New law causes $120 billion shortfall by U.S. banks

A BNY Mellon sign is seen on their headquarters in New York's financial district, January 19, 2011. REUTERS/Brendan McDermid

On Friday the Federal Reserve proposed a new rule for the biggest U.S. banks . The new rule will require six big U.S. banks to raise an additional $120 billion which could be used as long-term debt.

The new rule is to insure that the banks will be able to survive another crisis without using a government bailout or burdening taxpayers. The goal is for the banks to hold enough debt that can be converted into equity without disrupting the markets. The new requirement will affect banks such as Wells Fargo & Co., JPMorgan Chase & Co., and Goldman Sachs Group Inc.

Issuing debt is more cost-effective than issuing equity and this is how the banks are expected to raise the $120 billion shortfall. The proposed rule concerns banks’ total loss-absorbing capacity.

A draft was approved by the Federal Reserve governors through a vote. This means the proposal will be submitted to the public for comment.

The new proposal is one of many rules that are aiming to reduce the risk of the banking systems. The new rule would put the fall more on the investors instead of the taxpayers. Janet Yellen, Fed Chair, made a statement on how the proposal “would substantially reduce the risk to taxpayers and the threat to financial stability stemming from the failure of these firms.”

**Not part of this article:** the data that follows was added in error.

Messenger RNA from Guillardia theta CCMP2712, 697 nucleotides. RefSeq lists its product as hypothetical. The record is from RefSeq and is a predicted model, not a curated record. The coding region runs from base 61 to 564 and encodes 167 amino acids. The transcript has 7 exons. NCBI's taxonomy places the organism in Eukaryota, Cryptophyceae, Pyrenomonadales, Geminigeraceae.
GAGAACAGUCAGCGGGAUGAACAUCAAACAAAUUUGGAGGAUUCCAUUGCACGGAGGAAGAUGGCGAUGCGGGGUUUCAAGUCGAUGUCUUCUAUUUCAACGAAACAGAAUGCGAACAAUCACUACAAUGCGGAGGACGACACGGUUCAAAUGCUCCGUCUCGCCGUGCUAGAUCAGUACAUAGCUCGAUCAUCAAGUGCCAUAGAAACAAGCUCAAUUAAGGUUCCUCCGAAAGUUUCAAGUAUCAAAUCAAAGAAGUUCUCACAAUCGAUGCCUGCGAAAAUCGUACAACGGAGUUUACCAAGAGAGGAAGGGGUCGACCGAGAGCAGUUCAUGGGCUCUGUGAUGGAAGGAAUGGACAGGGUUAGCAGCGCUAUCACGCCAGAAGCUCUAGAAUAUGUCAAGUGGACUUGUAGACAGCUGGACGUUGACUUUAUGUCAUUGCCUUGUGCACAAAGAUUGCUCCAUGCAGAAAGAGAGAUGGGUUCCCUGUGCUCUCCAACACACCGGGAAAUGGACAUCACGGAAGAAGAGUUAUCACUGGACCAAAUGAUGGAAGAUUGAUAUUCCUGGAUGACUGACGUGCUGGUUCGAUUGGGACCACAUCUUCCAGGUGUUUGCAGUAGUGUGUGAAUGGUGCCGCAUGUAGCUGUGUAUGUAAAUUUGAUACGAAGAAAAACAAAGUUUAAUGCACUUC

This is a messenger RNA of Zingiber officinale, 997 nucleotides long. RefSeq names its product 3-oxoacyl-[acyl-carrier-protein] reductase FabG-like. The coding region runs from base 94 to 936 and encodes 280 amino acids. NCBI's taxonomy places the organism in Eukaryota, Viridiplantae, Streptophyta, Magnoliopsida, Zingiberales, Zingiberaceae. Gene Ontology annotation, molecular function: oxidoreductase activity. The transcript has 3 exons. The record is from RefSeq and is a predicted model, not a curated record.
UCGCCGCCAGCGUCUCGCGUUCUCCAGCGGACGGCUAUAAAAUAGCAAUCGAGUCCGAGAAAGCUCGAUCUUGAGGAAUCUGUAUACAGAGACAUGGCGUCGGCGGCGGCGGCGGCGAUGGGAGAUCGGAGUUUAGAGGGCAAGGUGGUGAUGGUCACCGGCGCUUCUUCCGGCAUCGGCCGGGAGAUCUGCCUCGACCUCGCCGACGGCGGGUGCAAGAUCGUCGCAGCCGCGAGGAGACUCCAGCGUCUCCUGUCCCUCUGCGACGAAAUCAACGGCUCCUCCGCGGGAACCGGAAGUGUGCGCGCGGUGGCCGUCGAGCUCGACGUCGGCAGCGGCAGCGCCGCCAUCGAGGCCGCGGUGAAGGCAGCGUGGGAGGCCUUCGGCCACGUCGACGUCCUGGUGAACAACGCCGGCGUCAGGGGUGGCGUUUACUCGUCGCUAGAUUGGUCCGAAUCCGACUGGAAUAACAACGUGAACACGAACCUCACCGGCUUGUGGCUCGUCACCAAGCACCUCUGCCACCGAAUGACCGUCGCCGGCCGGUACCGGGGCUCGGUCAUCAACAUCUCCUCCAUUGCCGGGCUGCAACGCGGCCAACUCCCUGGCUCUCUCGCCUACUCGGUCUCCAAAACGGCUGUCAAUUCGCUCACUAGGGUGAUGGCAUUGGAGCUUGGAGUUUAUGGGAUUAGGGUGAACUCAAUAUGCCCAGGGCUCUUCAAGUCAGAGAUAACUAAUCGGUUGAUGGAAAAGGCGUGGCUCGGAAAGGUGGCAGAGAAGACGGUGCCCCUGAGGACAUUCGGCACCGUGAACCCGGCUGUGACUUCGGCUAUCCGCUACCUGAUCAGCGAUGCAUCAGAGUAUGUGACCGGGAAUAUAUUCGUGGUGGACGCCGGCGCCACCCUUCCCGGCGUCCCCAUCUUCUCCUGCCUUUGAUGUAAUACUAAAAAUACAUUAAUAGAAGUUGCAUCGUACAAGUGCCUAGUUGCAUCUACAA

This proposal is to help guide the banks if they were to collapse into another recession. “By making the failure of even the largest banks more manageable, the proposed regulation will be another important step in solving the too-big-to-fail problem,” said Fed Governor Daniel Tarullo in a statement on Friday. One way of doing this is to refinance already existing debt.

The requirements are more stringent for some banks. The orders in which they fall are JP Morgan followed by Citigroup. Then there is Bank of America, Goldman Sachs and Morgan Stanley, which have the same requirements in common. The next highest requirement is Well Fargo & Co., followed by State Street and then finally Bank of New York Mellon. JP Morgan has more than $2 trillion in total assets, making it the largest U.S. bank by that measure.

Since the new rule overlaps with some of the other regulations already in place, there are no concerns at the moment that the banks will have trouble meeting this requirement. Some rules are required to be met by January 2019 and the more stringent ones are to be met by January 2022.

There are two banks that have already met the long-term debt requirement, but officials have declined to say which two banks have met these needs.

The new proposed rules also apply to U.S. operations of foreign globally systemically important banks, establishing roughly parallel requirements as those for U.S. banks, Federal Reserve officials said.

Also on Friday, there was an announcement made about a draft final rule that would establish minimum margin requirements for swaps that are not cleared through an exchange. This rule is said to be exactly the same as another rule proposed by other regulators.

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